‘I feel like I am living in a prison here’ – Student

Students from Sub-Saharan African countries in Tunisia say that they are being discriminated against in the country’s banks and post offices, preventing them from receiving international money transfers to pay for essentials, including food.

They and executives of the Association for African Students and Interns in Tunisia (AESAT – Association des Étudiants et Stagiaires Africains en Tunisie) told University World News that many banks and branches of La Poste Tunisienne are refusing to hand over the money sent by their parents and blocking them from opening personal bank accounts if they lack a full residency permit – a carte de séjour définitif.

The Tunisian government has been slow to issue these documents to students, who told University World News this is causing serious financial hardship and, in some cases, preventing them from buying food and drink.

Black African students say these administrative problems are evidence of widespread and institutionalised racism they have experienced since arriving in Tunisia, including when racial violence followed President Kais Saied’s call in February for “urgent measures” to counter what he called “hordes” of Sub-Saharan migrants.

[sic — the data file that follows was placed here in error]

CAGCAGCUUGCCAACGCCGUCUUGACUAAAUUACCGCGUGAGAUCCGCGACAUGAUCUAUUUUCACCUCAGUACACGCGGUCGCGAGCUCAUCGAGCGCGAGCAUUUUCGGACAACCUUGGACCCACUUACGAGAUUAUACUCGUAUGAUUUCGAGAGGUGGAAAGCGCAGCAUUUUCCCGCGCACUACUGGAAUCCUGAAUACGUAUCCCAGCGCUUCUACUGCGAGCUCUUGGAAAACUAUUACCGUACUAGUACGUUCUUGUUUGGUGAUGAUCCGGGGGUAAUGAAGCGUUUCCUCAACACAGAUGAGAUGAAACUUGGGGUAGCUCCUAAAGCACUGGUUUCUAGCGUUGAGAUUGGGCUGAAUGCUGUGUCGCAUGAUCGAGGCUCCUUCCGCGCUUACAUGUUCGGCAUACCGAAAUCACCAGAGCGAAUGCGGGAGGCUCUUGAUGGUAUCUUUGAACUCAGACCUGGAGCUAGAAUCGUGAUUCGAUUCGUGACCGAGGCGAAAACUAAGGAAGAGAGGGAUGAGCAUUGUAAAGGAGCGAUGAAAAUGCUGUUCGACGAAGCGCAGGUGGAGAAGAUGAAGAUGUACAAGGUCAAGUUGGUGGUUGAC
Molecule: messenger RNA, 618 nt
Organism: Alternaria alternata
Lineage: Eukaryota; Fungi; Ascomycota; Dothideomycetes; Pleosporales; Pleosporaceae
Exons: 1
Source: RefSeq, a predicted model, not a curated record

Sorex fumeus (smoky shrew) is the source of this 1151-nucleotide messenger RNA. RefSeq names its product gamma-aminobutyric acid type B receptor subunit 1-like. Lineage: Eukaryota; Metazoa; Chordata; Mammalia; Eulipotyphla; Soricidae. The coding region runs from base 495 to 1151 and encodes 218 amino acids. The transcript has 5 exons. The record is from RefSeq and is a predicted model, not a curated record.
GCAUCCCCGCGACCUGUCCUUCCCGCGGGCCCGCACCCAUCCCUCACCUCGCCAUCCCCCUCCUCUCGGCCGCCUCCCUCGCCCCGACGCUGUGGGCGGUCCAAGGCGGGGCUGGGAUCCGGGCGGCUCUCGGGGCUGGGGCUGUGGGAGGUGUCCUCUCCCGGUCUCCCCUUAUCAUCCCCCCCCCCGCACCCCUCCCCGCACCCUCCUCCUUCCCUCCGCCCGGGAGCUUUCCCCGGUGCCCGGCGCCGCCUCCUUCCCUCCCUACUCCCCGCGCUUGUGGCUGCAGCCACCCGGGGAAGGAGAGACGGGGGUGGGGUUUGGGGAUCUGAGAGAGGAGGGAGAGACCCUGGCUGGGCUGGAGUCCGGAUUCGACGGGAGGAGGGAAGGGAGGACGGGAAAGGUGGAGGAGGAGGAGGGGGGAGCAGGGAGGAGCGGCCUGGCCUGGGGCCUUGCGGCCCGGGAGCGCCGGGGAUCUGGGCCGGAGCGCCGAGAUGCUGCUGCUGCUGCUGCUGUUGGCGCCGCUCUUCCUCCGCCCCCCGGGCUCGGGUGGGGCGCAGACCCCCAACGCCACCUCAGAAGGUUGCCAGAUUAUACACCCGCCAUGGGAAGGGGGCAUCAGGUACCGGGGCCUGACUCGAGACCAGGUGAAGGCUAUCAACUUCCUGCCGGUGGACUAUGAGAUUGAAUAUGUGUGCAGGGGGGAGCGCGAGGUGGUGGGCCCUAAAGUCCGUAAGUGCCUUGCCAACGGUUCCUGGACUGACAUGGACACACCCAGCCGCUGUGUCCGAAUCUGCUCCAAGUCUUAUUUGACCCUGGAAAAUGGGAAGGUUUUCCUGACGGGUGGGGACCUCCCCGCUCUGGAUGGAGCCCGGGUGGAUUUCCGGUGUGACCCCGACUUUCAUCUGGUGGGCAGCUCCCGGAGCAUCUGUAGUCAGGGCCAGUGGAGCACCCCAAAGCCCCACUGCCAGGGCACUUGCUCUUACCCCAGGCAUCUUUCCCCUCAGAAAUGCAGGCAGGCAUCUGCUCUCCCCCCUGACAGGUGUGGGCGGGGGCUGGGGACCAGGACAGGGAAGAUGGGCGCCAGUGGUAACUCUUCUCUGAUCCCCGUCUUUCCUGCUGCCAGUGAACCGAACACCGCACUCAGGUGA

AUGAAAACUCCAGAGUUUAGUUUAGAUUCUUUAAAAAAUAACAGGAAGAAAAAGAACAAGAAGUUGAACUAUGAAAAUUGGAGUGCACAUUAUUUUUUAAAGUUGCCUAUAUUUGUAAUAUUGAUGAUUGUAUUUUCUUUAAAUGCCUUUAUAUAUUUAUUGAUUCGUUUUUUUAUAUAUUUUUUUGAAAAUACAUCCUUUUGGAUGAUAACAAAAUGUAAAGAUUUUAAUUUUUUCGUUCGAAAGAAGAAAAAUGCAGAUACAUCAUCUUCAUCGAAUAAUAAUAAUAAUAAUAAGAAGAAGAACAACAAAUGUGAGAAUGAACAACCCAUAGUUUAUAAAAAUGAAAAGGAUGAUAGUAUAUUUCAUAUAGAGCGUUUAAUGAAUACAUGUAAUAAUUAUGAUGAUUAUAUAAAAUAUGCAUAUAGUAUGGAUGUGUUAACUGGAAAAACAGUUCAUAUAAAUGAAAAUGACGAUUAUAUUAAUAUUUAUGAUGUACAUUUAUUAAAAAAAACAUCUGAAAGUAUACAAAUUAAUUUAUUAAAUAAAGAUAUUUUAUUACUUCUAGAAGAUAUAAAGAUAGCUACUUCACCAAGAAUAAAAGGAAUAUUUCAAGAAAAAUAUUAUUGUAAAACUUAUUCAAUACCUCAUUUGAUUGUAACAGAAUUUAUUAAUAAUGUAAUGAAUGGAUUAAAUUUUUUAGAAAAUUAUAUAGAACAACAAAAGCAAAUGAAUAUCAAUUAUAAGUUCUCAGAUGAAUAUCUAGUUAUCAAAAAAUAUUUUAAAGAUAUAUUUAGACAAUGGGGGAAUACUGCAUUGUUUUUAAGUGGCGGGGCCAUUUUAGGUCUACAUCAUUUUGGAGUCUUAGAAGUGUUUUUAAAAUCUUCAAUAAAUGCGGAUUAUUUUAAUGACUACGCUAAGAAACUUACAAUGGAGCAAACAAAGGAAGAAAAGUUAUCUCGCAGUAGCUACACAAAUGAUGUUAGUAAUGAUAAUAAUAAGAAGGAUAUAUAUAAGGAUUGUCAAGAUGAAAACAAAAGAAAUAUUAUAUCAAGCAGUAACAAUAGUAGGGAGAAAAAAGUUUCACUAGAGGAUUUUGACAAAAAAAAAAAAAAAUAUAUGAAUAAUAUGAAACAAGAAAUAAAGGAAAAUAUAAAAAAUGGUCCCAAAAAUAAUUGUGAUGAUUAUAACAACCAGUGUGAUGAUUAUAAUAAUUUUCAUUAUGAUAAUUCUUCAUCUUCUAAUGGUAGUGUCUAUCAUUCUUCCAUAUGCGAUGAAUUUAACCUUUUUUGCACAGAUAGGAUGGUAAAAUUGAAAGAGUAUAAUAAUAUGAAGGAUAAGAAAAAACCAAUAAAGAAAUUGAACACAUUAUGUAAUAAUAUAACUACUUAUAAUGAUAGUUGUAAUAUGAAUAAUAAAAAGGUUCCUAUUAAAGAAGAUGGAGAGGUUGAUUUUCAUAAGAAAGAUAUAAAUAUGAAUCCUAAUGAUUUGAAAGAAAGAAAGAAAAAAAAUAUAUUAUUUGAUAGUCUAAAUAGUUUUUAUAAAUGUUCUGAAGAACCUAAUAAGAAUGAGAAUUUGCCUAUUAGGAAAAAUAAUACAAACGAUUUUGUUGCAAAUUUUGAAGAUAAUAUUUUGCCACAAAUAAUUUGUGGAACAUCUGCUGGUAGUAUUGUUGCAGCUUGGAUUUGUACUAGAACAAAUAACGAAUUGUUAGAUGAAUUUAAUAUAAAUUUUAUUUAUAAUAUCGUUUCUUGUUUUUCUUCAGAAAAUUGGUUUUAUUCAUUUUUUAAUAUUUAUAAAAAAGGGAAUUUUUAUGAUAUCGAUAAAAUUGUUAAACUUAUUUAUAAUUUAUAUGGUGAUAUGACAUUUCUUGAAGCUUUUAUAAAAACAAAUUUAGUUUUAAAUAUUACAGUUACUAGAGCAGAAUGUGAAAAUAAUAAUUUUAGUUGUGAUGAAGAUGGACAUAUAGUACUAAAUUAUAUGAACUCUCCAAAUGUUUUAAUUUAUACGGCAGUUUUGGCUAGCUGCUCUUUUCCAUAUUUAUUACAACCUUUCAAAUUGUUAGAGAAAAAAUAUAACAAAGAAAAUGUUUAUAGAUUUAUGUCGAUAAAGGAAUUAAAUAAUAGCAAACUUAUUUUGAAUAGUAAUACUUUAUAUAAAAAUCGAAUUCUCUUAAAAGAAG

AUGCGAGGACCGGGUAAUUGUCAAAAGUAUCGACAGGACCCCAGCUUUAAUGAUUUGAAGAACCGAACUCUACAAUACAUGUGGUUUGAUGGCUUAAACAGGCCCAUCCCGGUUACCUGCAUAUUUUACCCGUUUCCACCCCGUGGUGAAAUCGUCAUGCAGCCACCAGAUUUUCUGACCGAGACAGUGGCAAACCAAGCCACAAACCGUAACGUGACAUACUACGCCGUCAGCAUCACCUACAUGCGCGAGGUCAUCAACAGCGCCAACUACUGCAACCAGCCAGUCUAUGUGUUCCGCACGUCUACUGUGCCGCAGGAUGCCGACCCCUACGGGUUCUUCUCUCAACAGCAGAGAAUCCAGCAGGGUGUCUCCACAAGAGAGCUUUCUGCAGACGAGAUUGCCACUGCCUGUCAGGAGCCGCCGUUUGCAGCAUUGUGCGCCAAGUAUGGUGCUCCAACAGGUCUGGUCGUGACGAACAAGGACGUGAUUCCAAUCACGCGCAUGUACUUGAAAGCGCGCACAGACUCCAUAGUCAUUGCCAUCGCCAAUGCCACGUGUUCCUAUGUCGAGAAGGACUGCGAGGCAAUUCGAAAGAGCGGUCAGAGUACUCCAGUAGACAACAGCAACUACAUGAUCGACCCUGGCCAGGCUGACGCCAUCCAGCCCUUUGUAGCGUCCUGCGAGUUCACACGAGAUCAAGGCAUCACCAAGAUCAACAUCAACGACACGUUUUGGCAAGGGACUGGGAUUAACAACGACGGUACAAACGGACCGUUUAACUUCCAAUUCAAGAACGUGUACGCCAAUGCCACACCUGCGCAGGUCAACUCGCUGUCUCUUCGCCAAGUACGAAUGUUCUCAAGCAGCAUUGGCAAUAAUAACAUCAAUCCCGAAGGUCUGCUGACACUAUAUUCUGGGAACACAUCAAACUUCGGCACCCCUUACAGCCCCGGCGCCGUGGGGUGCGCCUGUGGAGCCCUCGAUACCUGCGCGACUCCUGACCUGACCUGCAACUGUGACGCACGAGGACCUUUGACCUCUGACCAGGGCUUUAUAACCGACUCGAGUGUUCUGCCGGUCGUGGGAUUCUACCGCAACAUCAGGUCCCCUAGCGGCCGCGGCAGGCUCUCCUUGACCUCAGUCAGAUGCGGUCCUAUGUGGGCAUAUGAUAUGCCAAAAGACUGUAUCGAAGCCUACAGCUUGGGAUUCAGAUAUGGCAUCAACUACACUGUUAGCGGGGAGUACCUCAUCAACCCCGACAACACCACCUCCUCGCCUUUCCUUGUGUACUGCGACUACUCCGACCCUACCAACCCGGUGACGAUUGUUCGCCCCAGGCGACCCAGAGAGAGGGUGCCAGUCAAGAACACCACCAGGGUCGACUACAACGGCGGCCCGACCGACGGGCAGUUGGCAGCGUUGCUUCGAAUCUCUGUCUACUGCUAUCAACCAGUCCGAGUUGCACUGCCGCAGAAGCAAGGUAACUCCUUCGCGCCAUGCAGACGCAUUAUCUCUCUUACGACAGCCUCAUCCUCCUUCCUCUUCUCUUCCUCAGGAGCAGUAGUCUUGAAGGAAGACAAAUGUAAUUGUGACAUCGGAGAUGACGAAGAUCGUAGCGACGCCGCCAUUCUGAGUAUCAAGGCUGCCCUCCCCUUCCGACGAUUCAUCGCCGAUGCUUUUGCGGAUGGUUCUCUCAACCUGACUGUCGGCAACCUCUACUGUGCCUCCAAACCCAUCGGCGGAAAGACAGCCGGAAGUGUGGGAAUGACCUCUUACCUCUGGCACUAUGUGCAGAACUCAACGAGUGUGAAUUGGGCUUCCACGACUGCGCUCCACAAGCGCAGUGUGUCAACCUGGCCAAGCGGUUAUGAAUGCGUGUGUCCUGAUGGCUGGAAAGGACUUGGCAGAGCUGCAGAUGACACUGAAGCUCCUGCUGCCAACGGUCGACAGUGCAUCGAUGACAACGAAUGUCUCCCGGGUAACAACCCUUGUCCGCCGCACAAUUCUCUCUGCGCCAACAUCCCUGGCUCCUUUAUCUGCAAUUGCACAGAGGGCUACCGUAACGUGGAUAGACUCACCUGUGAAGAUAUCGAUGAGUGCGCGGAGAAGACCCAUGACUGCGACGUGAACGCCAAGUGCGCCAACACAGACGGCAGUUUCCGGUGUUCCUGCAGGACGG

Students’ experiences

Speaking to University World News, a 25-year-old Malian commerce stagiaire, or intern, explained her struggles with government services: “I notice the attitude of the administration staff is if you only speak French [Tunisia’s second language – like Mali, the country was once controlled by France], they become frustrated with you and are difficult.

“I found if I speak just a little bit of Arabic their attitude towards me softens a little.” But still, after more than two years in Tunisia, she has yet to receive the full carte de sejour definitive.

She says that this has caused many problems, especially in receiving her grant money: “Most banks refuse to give Western Union payments,” she said, although receiving “Moneygram is better”.

Also, with Mali currently on the grey-list of global anti-money laundering institution the Financial Action Task Force, or FATF, “I can only pick up small amounts of money at a time.

“The only place I can pick up cash is from the post office in the airport, which is a long way from where I live, so I have to pay for a long taxi ride there and back,” said the student.

A 20-year-old Côte d’Ivoire intern, training to be an automotive mechanic had a similar story to tell: “I applied for my card in April 2021 after I started my course, and I’ve never received the definitive card. They keep telling me it is not ready and to come back.” As a result: “I’ve been arrested twice by police and taken to the police station for not having the definitive card.”

The Malian commerce student said such arrests are very damaging for black African students: “It really affects you psychologically. People see you being arrested – they don’t know why, and assume you are a thief or something.”

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